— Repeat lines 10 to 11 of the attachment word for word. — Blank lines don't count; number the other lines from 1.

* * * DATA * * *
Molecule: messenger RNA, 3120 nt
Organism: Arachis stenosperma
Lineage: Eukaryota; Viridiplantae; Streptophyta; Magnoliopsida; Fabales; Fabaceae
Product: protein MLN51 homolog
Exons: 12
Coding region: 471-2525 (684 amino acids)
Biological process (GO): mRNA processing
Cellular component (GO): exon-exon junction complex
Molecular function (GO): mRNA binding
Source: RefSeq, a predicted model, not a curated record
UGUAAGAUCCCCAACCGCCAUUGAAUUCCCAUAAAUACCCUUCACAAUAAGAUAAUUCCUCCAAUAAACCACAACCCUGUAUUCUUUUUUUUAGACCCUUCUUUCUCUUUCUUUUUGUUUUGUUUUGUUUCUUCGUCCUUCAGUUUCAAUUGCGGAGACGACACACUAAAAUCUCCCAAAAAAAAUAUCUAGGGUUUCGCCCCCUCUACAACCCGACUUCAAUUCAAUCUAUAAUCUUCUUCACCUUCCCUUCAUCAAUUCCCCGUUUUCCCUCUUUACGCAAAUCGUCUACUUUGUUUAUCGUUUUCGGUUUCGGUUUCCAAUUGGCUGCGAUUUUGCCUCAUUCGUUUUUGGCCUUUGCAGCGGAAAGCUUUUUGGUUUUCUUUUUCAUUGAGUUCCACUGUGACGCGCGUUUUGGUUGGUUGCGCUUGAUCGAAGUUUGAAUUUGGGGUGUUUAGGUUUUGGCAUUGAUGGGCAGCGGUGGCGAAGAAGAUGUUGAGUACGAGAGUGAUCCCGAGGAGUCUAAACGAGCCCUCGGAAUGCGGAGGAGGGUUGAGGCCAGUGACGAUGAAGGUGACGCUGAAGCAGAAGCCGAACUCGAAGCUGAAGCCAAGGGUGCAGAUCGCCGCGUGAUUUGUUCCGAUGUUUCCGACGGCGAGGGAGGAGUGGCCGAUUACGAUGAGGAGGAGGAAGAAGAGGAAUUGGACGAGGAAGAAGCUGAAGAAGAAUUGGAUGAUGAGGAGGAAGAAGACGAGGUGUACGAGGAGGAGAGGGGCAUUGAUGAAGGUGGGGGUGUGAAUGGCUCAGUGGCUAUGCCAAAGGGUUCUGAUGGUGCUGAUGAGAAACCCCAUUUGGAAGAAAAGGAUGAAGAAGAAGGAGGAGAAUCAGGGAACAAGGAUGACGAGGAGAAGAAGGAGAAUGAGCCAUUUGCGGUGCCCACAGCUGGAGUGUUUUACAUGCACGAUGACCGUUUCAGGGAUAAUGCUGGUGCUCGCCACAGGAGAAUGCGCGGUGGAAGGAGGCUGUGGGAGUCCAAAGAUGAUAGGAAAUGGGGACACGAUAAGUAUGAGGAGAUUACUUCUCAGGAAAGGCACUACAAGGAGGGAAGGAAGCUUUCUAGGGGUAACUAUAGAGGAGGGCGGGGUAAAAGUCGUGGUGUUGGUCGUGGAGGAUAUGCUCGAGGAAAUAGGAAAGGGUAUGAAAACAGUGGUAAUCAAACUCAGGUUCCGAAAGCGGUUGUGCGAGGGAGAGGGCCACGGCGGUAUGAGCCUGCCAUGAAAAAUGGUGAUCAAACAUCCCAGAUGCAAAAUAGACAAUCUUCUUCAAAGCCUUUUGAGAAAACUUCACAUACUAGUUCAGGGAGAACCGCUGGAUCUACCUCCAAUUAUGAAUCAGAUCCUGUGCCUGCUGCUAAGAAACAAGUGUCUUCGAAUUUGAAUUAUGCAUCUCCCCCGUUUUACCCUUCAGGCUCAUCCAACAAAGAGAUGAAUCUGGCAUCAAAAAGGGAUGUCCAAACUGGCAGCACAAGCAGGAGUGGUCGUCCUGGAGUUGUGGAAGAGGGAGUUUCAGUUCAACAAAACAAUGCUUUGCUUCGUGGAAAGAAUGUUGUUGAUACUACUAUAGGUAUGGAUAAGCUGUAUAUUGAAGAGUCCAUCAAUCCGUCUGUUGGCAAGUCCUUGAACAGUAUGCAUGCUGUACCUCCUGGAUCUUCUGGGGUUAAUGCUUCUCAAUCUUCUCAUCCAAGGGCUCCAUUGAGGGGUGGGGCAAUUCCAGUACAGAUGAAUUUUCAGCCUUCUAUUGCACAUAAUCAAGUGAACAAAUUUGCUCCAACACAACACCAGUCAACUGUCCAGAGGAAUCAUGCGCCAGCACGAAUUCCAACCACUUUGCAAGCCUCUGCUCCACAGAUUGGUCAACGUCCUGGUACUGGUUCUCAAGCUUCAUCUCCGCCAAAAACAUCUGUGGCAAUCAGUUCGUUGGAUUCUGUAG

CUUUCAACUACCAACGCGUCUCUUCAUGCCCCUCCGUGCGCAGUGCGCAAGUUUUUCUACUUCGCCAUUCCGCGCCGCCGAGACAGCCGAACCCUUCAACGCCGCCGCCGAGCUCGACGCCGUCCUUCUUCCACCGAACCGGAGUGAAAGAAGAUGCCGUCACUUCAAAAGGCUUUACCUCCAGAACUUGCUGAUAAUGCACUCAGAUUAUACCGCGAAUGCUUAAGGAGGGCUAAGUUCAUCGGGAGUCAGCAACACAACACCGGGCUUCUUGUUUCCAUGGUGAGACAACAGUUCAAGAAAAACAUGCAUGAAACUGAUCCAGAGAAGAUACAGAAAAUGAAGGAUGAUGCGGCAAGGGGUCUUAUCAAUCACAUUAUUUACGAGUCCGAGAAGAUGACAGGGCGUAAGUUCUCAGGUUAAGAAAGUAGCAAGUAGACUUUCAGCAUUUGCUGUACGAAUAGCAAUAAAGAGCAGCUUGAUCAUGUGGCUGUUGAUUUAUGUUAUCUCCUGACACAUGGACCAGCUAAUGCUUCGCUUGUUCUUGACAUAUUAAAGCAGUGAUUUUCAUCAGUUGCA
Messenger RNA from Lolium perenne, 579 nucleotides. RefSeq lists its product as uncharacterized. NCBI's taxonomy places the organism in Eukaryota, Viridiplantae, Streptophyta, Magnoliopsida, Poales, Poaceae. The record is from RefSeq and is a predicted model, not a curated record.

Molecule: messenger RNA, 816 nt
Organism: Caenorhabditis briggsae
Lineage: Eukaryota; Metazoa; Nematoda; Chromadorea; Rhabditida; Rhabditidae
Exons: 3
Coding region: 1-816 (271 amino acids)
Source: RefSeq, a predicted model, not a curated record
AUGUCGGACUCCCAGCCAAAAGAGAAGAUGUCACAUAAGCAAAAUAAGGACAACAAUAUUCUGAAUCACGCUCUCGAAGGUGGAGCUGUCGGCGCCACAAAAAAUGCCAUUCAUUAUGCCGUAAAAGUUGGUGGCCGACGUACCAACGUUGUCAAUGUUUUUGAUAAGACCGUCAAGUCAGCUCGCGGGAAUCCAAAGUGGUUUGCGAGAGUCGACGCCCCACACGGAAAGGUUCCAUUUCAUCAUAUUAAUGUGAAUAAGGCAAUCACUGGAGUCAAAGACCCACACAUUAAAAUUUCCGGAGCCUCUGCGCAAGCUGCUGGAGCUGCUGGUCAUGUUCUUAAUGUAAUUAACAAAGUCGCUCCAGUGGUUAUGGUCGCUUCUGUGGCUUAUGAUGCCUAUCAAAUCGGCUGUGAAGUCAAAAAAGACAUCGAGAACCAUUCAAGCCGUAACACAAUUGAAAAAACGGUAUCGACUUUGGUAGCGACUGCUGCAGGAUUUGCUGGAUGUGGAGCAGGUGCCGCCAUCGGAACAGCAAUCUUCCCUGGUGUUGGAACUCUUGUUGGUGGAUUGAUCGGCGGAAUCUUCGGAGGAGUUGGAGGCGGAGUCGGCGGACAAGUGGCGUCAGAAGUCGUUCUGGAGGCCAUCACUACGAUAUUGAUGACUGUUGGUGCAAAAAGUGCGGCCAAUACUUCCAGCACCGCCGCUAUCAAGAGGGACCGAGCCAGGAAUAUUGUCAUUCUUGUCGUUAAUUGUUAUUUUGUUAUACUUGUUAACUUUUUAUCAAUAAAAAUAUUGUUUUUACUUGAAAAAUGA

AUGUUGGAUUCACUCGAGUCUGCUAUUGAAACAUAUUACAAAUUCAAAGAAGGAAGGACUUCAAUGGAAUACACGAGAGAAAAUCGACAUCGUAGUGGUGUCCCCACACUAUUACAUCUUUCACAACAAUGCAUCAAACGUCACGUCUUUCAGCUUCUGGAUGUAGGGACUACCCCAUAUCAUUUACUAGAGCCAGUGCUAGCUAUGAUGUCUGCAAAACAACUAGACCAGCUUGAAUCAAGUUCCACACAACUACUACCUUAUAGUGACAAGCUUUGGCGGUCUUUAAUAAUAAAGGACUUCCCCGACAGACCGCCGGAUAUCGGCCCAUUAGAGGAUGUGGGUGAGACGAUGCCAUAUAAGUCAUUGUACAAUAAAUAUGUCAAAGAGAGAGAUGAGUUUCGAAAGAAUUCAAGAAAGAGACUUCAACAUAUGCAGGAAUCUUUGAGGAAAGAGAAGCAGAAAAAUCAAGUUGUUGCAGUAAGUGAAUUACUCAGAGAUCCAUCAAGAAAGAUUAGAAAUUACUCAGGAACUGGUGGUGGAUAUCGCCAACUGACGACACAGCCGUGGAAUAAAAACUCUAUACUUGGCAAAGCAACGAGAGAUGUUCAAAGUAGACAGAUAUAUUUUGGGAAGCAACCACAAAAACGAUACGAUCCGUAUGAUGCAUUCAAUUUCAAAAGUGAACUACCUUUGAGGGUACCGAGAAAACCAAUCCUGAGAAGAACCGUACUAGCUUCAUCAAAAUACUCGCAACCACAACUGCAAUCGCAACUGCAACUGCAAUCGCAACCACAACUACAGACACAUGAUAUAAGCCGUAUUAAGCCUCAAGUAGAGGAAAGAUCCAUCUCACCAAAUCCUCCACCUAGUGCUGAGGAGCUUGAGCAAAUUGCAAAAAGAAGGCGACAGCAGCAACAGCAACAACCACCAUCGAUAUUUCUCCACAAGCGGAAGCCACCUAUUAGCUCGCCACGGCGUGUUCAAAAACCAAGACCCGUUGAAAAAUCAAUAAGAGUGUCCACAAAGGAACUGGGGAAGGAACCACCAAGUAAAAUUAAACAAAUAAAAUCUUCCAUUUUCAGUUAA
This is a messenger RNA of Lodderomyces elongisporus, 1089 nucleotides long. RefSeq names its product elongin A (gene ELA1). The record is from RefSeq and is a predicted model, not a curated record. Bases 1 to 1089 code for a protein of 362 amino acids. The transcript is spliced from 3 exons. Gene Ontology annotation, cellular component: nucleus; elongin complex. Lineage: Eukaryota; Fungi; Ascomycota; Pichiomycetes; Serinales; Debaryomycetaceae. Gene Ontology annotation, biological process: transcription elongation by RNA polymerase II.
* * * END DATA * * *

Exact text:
Source: RefSeq, a predicted model, not a curated record
UGUAAGAUCCCCAACCGCCAUUGAAUUCCCAUAAAUACCCUUCACAAUAAGAUAAUUCCUCCAAUAAACCACAACCCUGUAUUCUUUUUUUUAGACCCUUCUUUCUCUUUCUUUUUGUUUUGUUUUGUUUCUUCGUCCUUCAGUUUCAAUUGCGGAGACGACACACUAAAAUCUCCCAAAAAAAAUAUCUAGGGUUUCGCCCCCUCUACAACCCGACUUCAAUUCAAUCUAUAAUCUUCUUCACCUUCCCUUCAUCAAUUCCCCGUUUUCCCUCUUUACGCAAAUCGUCUACUUUGUUUAUCGUUUUCGGUUUCGGUUUCCAAUUGGCUGCGAUUUUGCCUCAUUCGUUUUUGGCCUUUGCAGCGGAAAGCUUUUUGGUUUUCUUUUUCAUUGAGUUCCACUGUGACGCGCGUUUUGGUUGGUUGCGCUUGAUCGAAGUUUGAAUUUGGGGUGUUUAGGUUUUGGCAUUGAUGGGCAGCGGUGGCGAAGAAGAUGUUGAGUACGAGAGUGAUCCCGAGGAGUCUAAACGAGCCCUCGGAAUGCGGAGGAGGGUUGAGGCCAGUGACGAUGAAGGUGACGCUGAAGCAGAAGCCGAACUCGAAGCUGAAGCCAAGGGUGCAGAUCGCCGCGUGAUUUGUUCCGAUGUUUCCGACGGCGAGGGAGGAGUGGCCGAUUACGAUGAGGAGGAGGAAGAAGAGGAAUUGGACGAGGAAGAAGCUGAAGAAGAAUUGGAUGAUGAGGAGGAAGAAGACGAGGUGUACGAGGAGGAGAGGGGCAUUGAUGAAGGUGGGGGUGUGAAUGGCUCAGUGGCUAUGCCAAAGGGUUCUGAUGGUGCUGAUGAGAAACCCCAUUUGGAAGAAAAGGAUGAAGAAGAAGGAGGAGAAUCAGGGAACAAGGAUGACGAGGAGAAGAAGGAGAAUGAGCCAUUUGCGGUGCCCACAGCUGGAGUGUUUUACAUGCACGAUGACCGUUUCAGGGAUAAUGCUGGUGCUCGCCACAGGAGAAUGCGCGGUGGAAGGAGGCUGUGGGAGUCCAAAGAUGAUAGGAAAUGGGGACACGAUAAGUAUGAGGAGAUUACUUCUCAGGAAAGGCACUACAAGGAGGGAAGGAAGCUUUCUAGGGGUAACUAUAGAGGAGGGCGGGGUAAAAGUCGUGGUGUUGGUCGUGGAGGAUAUGCUCGAGGAAAUAGGAAAGGGUAUGAAAACAGUGGUAAUCAAACUCAGGUUCCGAAAGCGGUUGUGCGAGGGAGAGGGCCACGGCGGUAUGAGCCUGCCAUGAAAAAUGGUGAUCAAACAUCCCAGAUGCAAAAUAGACAAUCUUCUUCAAAGCCUUUUGAGAAAACUUCACAUACUAGUUCAGGGAGAACCGCUGGAUCUACCUCCAAUUAUGAAUCAGAUCCUGUGCCUGCUGCUAAGAAACAAGUGUCUUCGAAUUUGAAUUAUGCAUCUCCCCCGUUUUACCCUUCAGGCUCAUCCAACAAAGAGAUGAAUCUGGCAUCAAAAAGGGAUGUCCAAACUGGCAGCACAAGCAGGAGUGGUCGUCCUGGAGUUGUGGAAGAGGGAGUUUCAGUUCAACAAAACAAUGCUUUGCUUCGUGGAAAGAAUGUUGUUGAUACUACUAUAGGUAUGGAUAAGCUGUAUAUUGAAGAGUCCAUCAAUCCGUCUGUUGGCAAGUCCUUGAACAGUAUGCAUGCUGUACCUCCUGGAUCUUCUGGGGUUAAUGCUUCUCAAUCUUCUCAUCCAAGGGCUCCAUUGAGGGGUGGGGCAAUUCCAGUACAGAUGAAUUUUCAGCCUUCUAUUGCACAUAAUCAAGUGAACAAAUUUGCUCCAACACAACACCAGUCAACUGUCCAGAGGAAUCAUGCGCCAGCACGAAUUCCAACCACUUUGCAAGCCUCUGCUCCACAGAUUGGUCAACGUCCUGGUACUGGUUCUCAAGCUUCAUCUCCGCCAAAAACAUCUGUGGCAAUCAGUUCGUUGGAUUCUGUAG